The good content test
In the midst of the content marketing rush, great content is becoming increasingly elusive. We can't all be Red Bull overnight, but while everyone tries to become a content publisher, let's take a step back and look at what we're doing.
25 Aug 2015 08:51
Whether it's crafting posts for social platforms, or penning a new blog post, it's vital to examine the content we create. We have to be brutally honest about whether we're adding to the sea of sameness or actually creating something worthwhile.
Here are the key questions to ask before hitting the 'post' button:
- Is it worthwhile?
This is probably both the most important and most difficult question. It boils down to whether or not the piece of content adds value. Of course, value in itself can be subjective. It can range from imparting knowledge to simply making people smile. Whether that value is worthwhile, depends on your objectives.
Relevance and interest are also important here. Weigh up the content's relevance to your audience and just how interesting it is. Remember, what's relevant is not always interesting, and what's interesting is not always relevant. If it's both relevant and interesting, it's probably worthwhile.
- Is it fresh?
Are you putting out something new or just jumping aboard a trending topic? If you're going to give a fresh take on something or present existing information in a new way that makes it more useful or helpful to your readers, then go ahead.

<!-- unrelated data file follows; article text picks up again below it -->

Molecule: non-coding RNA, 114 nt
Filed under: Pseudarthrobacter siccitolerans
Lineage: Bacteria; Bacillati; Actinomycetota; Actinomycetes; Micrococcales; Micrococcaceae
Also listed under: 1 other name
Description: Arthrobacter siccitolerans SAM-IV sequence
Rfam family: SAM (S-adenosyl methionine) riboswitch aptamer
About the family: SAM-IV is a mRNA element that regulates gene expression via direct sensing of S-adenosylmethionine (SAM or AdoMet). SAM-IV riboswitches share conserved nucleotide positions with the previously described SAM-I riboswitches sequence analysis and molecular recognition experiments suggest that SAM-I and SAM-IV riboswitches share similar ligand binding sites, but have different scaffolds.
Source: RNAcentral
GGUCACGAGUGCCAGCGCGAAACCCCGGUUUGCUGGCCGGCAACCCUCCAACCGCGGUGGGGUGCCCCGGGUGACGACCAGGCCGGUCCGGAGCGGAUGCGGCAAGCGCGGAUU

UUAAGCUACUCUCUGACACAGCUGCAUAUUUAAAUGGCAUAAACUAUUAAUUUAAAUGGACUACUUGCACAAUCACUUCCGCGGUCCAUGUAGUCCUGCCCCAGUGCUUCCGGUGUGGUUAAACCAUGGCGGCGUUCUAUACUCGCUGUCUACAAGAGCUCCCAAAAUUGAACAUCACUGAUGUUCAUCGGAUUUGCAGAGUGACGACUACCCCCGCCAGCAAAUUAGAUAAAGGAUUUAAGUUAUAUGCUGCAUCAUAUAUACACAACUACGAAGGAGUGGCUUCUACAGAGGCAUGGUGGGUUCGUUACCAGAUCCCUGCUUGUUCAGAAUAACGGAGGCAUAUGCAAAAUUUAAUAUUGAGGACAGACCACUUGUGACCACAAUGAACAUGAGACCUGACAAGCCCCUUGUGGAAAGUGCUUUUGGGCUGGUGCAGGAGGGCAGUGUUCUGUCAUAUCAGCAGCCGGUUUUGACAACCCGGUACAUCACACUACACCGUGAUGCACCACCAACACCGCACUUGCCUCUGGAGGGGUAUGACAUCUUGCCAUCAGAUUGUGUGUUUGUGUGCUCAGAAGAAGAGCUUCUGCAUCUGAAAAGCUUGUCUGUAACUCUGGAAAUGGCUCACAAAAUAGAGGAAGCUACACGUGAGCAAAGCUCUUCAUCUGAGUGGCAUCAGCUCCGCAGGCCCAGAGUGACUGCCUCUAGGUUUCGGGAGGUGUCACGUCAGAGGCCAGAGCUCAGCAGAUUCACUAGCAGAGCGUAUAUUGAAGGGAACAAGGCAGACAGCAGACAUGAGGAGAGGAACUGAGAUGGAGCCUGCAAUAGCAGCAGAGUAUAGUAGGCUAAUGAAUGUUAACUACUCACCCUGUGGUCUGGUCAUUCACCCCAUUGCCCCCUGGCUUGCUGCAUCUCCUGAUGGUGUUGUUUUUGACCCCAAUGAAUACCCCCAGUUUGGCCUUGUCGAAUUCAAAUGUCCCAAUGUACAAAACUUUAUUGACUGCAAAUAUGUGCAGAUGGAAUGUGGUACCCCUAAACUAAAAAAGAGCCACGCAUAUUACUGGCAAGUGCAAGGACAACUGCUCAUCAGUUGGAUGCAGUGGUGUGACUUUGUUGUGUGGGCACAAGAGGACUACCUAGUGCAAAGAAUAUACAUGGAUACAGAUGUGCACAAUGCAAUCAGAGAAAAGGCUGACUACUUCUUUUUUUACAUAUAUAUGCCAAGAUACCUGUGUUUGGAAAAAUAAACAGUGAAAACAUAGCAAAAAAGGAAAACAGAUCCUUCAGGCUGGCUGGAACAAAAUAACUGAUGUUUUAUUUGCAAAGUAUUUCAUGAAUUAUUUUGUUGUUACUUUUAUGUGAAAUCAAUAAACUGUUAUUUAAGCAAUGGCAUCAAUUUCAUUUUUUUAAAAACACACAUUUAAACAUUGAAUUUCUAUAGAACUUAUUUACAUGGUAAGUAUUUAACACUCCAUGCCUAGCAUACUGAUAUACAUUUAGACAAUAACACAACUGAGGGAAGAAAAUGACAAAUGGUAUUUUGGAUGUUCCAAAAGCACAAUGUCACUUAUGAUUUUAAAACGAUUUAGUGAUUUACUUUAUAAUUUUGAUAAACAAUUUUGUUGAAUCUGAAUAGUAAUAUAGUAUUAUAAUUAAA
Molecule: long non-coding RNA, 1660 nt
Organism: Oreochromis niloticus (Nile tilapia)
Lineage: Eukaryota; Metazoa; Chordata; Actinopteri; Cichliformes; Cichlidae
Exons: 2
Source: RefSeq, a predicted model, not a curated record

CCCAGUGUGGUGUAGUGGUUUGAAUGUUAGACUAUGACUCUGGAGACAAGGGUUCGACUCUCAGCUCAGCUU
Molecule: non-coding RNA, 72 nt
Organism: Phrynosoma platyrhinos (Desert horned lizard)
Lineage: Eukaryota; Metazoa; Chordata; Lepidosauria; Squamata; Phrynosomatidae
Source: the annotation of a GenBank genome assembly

If you're just taking what's already out there and putting it on your platform, ask yourself if you're truly doing a great job of content curation and giving your audience a reason to follow you? Or are you just highlighting the fact you don't have anything original to say?
And if you're going to just share a link to someone else's great content (which there is a time and place for) make sure in sharing it you add context and insight for your audience. If you're just sharing links and saying 'This is awesome' or 'Watch this' and think you're rocking content marketing, think again.
- Is it the right medium?
Knowing if you're using the right medium depends entirely on understanding your audience and their content consumption habits. This concerns both the form of the content and the platform it's shared on.
A single piece of content might need to be repurposed across platforms to ensure accessibility. For example, a gallery of images on a blog could be used as an album on Facebook, a link on LinkedIn and a series of images on Instagram.
- Is it the right tone?
Good content speaks to people. In order to do that, it needs to first and foremost be written in a way a person would actually say it. To craft a post for a platform, consider exactly who you're speaking to.
This involves creating detailed persona profiles for your audience by platform. Craft your content specifically for the person you're aiming to speak to. Simply talk to them as you would if you were talking to them in person.
- Is it the right topic?
Social media is the water cooler on steroids. If people aren't talking about it at the water cooler, they won't want to talk about it on a social platform.
Don't try to force unnatural conversation topics. No one likes the person who starts talking about their stamp collection when everyone else is talking about what they want for lunch. Know your audience and know their interests.
Give some thought to your own brand's interests too. If you stick to topics you know, you'll retain your authenticity. And remember, if you're interested in something, you tend to know a lot about the subject, so you're more likely to have something valuable to say about it.
About Desiree Gullan
Having worked at the 'Big Three' advertising agencies in SA and proving her creative mettle abroad, Desirée has won multiple local and international awards for her work - including Cannes Lions and Clios. She believes in the importance of craftsmanship - that it's not in the designing, but in the redesigning. Not in the writing, but in the rewriting.